Aussie scientists turn to drones to protect sea turtles


  • Drones
  • Wednesday, 10 Jun 2020

An undated handout picture taken from a drone shows green turtles nesting on at the world’s largest green turtle rookery on Raine Island, a remote vegetated coral cay situated 620 km north west of Cairns. Australian researchers have discovered they were underestimating numbers at the world's largest sea turtle nesting site after turning to drone technology for the first time. — Handout/Great Barrier Reef Foundation/AFP

BRISBANE, Australia: Australian researchers have discovered they were underestimating numbers at the world's largest sea turtle nesting site after turning to drone technology for the first time.

Raine Island, off the northern tip of Australia, plays host to around 60,000 female green turtles who migrate hundreds of kilometres from the Great Barrier Reef to lay their eggs each year.

Scientists working to protect the endangered species had struggled with how best to keep track of the nesting turtles, but revealed in a paper published in peer-reviewed journal PLOS One last week that their new use of drones showed they had been underestimating numbers by more than 50%.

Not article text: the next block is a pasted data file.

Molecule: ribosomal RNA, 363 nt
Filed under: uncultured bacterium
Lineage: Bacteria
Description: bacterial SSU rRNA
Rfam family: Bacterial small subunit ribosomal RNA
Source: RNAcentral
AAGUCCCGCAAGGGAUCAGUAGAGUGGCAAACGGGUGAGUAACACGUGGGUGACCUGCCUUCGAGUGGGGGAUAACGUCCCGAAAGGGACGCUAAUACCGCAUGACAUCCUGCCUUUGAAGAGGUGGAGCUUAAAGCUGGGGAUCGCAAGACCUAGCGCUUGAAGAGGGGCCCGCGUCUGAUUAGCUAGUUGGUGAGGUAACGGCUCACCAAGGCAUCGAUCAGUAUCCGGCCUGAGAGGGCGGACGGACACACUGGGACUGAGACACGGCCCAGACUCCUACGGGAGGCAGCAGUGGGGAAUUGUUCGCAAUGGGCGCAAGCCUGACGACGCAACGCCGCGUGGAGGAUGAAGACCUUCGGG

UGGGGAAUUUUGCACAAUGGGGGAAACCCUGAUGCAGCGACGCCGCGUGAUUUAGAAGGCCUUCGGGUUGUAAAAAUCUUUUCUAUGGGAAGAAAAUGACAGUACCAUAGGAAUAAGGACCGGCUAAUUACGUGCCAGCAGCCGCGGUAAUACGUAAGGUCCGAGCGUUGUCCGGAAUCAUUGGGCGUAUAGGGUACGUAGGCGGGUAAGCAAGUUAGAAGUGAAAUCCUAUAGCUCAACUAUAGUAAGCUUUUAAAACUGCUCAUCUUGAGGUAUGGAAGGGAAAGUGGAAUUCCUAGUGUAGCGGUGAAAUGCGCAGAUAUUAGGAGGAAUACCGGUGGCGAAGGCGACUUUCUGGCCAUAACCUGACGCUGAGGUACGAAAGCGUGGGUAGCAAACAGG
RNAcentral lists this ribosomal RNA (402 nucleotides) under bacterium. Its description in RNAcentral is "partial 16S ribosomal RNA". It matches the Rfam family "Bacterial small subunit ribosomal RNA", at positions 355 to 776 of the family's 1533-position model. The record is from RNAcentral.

Stunning drone footage released by the Great Barrier Reef Foundation on Tuesday shows thousands of turtles swimming in the crystal blue ocean.

The researchers had previously counted turtles as they landed on the beach to lay eggs – with about 23,000 counted in a single night – and by marking the creatures with non-toxic soluble paint to more easily track them in the ocean.

An undated handout picture shows green turtles nesting on at the world’s largest green turtle rookery on Raine Island, a remote vegetated coral cay situated 620 km north west of Cairns. — Great Barrier Reef Foundation/AFPAn undated handout picture shows green turtles nesting on at the world’s largest green turtle rookery on Raine Island, a remote vegetated coral cay situated 620 km north west of Cairns. — Great Barrier Reef Foundation/AFP

"Trying to accurately count thousands of painted and unpainted turtles from a small boat in rough weather was difficult," the paper's lead author Andrew Dunstan said.

"Using a drone is easier, safer, much more accurate, and the data can be immediately and permanently stored."

Their work, as part of the Raine Island Recovery Project, also includes rebuilding the remote cay's nesting beaches and constructing fences to prevent turtle deaths. – AFP

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